The euro weakened for the first time in three days against the dollar after Greece said it triggered an option compelling investors to take part in its debt restructuring, damping demand for the region’s assets.
The common currency fell versus 11 of its 16 major peers before the International Swaps and Derivatives Association meets to consider a “potential credit event” relating to Greece, following the results of the nation’s private-sector involvement plan. The Dollar Index rose as economists said a U.S. report today will show employers hired more than 200,000 workers for a third month. Norway’s krone slid after the trade minister said its recent strength was a “concern.”
“The euro has failed to gather any further support from the Greek news,” said Ian Stannard, head of European currency strategy at Morgan Stanley in London. “The market was fully expecting a successful PSI. The rebound we’ve seen in the euro may be running out of steam.”
The euro declined 0.4 percent to $1.3219 at 7:11 a.m. in New York after appreciating 1.2 percent over the previous two days. The single currency fell 0.1 percent to 108.17 yen. The dollar advanced 0.3 percent to 81.83 yen after reaching 81.89, the strongest level since May 26.
Higher-yielding currencies have led gains in foreign- exchange markets since global stocks bottomed three years ago today. The Australian dollar has surged 68 percent against the greenback, New Zealand’s currency jumped 67 percent and South Africa’s rand gained 41 percent. The euro has risen 4.8 percent. The MSCI All Country World Index (MXWD) of stocks has climbed about 90 percent since March 9, 2009.
Greece said today that 95.7 percent of bondholders would participate in its debt swap after it used an option to force investors to participate. The government said holders tendered 152 billion euros of Greek-law bonds, or 85.8 percent, in response to the offer to swap their holdings.
The ISDA’s determinations committee will meet at 1 p.m. London time to determine whether a credit event has occurred, according to a statement posted on the group’s website. Euro- region finance ministers held a teleconference today to decide whether the swap was successful enough to warrant going ahead with a 130 billion-euro bailout package for Greece.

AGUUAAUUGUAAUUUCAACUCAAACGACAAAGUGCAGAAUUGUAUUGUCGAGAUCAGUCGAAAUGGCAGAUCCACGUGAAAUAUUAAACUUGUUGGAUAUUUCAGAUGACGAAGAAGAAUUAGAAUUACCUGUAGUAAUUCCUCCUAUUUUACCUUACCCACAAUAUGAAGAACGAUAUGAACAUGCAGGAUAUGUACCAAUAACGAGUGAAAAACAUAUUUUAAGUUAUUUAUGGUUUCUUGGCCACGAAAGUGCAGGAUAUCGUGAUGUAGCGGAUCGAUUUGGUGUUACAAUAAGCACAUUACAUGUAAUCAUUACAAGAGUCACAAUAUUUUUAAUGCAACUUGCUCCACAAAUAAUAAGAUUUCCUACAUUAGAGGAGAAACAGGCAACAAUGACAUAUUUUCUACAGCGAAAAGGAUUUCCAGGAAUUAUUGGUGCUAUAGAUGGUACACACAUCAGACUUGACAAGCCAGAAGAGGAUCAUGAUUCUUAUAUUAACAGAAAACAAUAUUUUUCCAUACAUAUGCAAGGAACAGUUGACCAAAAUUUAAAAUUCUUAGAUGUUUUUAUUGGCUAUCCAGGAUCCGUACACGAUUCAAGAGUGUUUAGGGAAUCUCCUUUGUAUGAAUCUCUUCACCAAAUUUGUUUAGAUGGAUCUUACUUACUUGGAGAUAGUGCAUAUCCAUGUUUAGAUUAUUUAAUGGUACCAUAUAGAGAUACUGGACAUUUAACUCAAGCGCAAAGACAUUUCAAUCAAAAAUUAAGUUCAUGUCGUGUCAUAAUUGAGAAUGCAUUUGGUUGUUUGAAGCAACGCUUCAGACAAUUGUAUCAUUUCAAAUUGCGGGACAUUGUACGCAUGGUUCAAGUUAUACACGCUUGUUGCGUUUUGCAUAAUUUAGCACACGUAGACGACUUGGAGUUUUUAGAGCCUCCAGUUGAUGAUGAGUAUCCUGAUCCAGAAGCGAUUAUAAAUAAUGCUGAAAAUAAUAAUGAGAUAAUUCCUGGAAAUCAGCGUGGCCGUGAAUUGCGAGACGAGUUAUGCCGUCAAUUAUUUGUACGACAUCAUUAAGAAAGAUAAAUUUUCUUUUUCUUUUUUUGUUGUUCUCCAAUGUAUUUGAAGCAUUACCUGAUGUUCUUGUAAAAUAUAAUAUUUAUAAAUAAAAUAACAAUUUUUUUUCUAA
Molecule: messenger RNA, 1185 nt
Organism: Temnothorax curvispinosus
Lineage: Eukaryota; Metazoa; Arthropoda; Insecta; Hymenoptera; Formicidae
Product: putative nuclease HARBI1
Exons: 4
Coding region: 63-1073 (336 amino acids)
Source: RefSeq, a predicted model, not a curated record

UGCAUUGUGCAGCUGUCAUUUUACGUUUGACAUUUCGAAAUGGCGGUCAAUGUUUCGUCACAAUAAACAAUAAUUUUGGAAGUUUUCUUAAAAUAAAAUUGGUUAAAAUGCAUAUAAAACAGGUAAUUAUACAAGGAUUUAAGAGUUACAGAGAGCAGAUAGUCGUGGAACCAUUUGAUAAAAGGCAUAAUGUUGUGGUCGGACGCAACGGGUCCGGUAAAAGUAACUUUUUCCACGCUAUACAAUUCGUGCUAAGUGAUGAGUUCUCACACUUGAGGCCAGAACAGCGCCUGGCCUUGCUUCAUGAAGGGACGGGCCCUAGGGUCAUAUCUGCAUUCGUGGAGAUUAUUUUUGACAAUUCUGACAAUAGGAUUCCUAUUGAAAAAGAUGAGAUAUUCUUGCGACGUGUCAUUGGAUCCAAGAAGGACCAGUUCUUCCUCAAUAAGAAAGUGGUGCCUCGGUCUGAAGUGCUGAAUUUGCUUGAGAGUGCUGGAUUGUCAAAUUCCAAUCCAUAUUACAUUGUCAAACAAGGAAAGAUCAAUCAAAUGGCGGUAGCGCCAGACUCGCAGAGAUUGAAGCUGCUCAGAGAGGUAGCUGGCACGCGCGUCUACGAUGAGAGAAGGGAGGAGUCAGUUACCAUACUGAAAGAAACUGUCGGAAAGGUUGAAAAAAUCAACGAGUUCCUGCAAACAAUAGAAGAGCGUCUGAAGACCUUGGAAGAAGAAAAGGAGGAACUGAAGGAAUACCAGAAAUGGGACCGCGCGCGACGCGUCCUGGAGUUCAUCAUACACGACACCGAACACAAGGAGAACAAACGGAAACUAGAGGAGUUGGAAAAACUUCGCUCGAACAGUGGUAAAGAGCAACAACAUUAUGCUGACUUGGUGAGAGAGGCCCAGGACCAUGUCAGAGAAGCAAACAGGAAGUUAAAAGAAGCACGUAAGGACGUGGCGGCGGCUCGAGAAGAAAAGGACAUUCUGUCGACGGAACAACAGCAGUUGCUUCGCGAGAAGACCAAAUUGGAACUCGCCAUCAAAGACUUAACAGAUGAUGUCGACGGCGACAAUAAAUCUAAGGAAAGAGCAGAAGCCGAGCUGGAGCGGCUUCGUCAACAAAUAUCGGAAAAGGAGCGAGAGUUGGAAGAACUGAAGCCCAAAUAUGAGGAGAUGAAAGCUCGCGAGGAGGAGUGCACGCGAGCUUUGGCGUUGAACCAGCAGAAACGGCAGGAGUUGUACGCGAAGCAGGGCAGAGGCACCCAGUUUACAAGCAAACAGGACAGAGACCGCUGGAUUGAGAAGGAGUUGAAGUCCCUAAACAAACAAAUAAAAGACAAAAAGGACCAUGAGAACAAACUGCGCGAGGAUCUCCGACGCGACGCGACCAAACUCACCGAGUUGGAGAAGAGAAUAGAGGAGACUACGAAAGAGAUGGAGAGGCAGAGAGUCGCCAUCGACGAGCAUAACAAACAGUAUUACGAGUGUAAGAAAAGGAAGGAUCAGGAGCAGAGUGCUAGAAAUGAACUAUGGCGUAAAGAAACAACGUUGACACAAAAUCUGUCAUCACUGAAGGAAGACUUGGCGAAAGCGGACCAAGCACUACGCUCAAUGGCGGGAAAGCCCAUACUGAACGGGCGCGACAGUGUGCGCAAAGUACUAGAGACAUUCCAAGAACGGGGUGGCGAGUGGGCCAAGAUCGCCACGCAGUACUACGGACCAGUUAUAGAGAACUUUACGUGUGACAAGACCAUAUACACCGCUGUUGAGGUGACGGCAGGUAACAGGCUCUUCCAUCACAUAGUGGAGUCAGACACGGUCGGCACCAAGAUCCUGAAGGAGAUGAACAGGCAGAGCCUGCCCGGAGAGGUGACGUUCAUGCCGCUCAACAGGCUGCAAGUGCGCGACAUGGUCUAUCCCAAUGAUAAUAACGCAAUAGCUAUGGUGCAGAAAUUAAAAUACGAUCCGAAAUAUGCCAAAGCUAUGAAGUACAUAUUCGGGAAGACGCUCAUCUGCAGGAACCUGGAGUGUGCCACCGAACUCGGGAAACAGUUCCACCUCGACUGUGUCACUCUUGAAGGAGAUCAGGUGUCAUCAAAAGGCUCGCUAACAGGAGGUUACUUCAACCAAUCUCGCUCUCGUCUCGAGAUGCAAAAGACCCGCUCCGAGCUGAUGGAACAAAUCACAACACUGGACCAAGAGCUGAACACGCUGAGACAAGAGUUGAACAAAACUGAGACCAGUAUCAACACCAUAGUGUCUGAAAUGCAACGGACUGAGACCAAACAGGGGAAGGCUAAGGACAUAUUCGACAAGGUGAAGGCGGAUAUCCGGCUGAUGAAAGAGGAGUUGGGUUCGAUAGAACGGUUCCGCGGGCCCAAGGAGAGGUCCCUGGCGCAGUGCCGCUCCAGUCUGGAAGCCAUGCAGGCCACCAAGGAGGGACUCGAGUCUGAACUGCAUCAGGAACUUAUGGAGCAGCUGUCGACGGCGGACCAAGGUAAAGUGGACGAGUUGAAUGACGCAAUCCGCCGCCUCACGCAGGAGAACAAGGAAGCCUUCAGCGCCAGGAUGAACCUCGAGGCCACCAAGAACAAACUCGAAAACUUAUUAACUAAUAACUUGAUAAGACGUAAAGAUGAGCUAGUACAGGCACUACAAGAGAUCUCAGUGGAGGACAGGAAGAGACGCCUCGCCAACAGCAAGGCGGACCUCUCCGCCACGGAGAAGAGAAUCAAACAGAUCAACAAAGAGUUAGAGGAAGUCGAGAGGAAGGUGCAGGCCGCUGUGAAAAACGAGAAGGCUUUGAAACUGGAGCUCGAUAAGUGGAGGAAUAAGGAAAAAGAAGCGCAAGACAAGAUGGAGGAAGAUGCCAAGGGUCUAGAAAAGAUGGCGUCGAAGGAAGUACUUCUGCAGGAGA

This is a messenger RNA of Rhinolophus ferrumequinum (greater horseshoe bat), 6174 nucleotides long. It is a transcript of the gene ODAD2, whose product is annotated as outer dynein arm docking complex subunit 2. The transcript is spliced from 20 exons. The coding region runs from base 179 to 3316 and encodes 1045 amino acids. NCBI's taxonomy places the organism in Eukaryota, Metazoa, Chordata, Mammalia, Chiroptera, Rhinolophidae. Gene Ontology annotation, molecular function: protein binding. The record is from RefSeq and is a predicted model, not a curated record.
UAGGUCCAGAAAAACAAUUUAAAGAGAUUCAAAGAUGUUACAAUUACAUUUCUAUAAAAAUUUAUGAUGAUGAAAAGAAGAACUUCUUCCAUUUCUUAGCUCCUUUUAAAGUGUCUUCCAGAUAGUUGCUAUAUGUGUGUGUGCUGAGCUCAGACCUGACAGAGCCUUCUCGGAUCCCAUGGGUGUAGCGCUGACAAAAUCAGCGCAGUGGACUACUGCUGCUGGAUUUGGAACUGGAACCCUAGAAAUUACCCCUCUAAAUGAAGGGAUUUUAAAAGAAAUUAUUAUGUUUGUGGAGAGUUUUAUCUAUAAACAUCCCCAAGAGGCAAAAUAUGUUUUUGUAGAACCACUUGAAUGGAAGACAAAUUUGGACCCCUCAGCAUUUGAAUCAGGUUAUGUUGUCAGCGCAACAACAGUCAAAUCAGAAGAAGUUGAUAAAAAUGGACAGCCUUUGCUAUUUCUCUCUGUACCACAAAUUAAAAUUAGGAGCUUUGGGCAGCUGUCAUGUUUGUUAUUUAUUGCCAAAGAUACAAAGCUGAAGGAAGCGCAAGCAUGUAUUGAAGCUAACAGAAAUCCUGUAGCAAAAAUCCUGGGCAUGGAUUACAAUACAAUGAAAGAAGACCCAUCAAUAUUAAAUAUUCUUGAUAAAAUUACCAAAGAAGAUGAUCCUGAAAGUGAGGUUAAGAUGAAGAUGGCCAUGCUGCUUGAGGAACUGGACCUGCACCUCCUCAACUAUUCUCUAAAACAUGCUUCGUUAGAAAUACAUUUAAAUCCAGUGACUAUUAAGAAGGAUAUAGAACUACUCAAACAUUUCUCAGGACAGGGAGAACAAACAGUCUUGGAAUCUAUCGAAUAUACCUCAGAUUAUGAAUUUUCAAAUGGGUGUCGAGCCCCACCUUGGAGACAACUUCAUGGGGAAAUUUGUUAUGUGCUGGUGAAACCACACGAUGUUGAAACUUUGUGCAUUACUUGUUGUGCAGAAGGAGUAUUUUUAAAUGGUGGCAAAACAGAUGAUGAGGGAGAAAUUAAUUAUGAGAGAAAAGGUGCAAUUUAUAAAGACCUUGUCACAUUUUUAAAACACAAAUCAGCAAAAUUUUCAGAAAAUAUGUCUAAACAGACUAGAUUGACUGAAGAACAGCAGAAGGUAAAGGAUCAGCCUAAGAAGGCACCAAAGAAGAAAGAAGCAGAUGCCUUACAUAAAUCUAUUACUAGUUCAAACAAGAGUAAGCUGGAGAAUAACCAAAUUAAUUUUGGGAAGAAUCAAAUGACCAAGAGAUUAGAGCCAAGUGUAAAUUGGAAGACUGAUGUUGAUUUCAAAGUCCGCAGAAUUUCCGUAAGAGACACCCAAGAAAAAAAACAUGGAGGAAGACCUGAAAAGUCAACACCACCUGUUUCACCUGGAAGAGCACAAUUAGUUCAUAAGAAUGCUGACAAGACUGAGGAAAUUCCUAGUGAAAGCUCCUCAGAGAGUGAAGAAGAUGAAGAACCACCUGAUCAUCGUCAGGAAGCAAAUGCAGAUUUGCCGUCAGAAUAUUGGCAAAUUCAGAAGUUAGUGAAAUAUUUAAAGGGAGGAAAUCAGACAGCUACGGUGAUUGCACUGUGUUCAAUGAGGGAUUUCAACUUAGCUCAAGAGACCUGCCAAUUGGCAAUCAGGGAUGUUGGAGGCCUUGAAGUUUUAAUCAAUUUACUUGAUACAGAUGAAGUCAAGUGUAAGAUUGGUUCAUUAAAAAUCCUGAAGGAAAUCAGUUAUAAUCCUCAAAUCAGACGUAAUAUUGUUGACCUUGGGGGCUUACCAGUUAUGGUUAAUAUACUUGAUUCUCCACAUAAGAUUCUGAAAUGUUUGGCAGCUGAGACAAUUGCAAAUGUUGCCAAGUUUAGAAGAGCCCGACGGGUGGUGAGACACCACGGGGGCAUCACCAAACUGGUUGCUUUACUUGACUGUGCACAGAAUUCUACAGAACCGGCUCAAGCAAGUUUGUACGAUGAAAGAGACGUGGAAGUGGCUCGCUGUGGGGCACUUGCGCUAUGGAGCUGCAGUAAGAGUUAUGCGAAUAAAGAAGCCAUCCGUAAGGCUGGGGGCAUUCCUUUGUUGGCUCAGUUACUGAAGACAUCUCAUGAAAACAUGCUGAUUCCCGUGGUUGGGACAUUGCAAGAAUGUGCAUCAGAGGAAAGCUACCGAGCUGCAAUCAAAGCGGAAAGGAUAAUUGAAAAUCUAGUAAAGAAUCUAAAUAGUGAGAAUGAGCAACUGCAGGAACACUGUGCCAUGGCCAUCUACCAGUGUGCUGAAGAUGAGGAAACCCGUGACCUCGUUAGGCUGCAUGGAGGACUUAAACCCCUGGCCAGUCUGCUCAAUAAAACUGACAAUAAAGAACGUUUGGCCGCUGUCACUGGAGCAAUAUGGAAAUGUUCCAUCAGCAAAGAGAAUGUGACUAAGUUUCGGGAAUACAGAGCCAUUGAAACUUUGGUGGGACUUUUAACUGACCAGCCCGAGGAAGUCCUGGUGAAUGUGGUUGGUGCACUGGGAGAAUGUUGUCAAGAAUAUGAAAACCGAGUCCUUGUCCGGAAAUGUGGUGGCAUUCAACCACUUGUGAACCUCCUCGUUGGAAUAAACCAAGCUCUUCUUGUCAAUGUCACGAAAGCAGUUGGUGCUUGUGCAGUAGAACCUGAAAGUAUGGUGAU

“The focus now is on what the ISDA will have to say,” said Daisuke Karakama, a market economist at Mizuho Corporate Bank Ltd. in Tokyo. “It appears that the activation of collective action clauses may be considered as an event” that triggers Greek credit-default swaps.
The dollar climbed versus all except three of its major counterparts on speculation today’s payrolls report will reduce the likelihood that the Federal Reserve will embark on a third round of quantitative easing to cap borrowing costs.
U.S. employers added 210,000 jobs in February, after hiring 243,000 the previous month, according to the median estimate of economists surveyed by Bloomberg before today’s report.
A good payrolls outcome “may be positive for the dollar, especially against the yen,” Morgan Stanley’s Stannard said. “The market is expecting a good number, so it is, to a certain extent, priced in.”
The Dollar Index (DXY), which IntercontinentalExchange Inc. uses to track the U.S. currency against those of six major trading partners, gained 0.4 percent to 79.440.
Implied volatility of one-month options on the euro-dollar currency pair has fallen to 9.8 percent from 10.6 percent a week ago. The gauge declined to a 10-month low of 9.79 percent on Feb. 24. Lower volatility encourages purchases of higher- yielding assets as the main risk in such trades is that foreign- exchange moves will erase profits.
The krone weakened the most among the 16 major currencies against the dollar after Trade Minister Trond Giske said its strength was hurting exports.
The government and central bank have stepped up verbal interventions to contain the krone’s ascent after the currency climbed to a nine-year high of 7.3884 per euro this month.
The krone tumbled 1 percent to 5.6432 per dollar, and sank 0.5 percent to 7.4581 versus the euro.
The dollar may extend gains versus Japan’s currency to as high as 83.80 yen, Commerzbank AG said, citing trading patterns.
A 240-minute chart shows the U.S. currency is staying above a key area of support, particularly the level of 80.76 yen, Karen Jones, head of fixed-income, commodity and currency technical analysis at the bank in London, wrote in a note to clients. “While this holds, a positive bias is maintained. Resistance is now the 82.23 May 2011 high and we continue to target 83.80 short-term,” she wrote.
The yen has declined 6.7 percent in the past three months, the worst performer among the 10 developed-market currencies tracked by Bloomberg Correlation-Weighted Indexes. The dollar fell 1.1 percent, and euro slid 2.5 percent.
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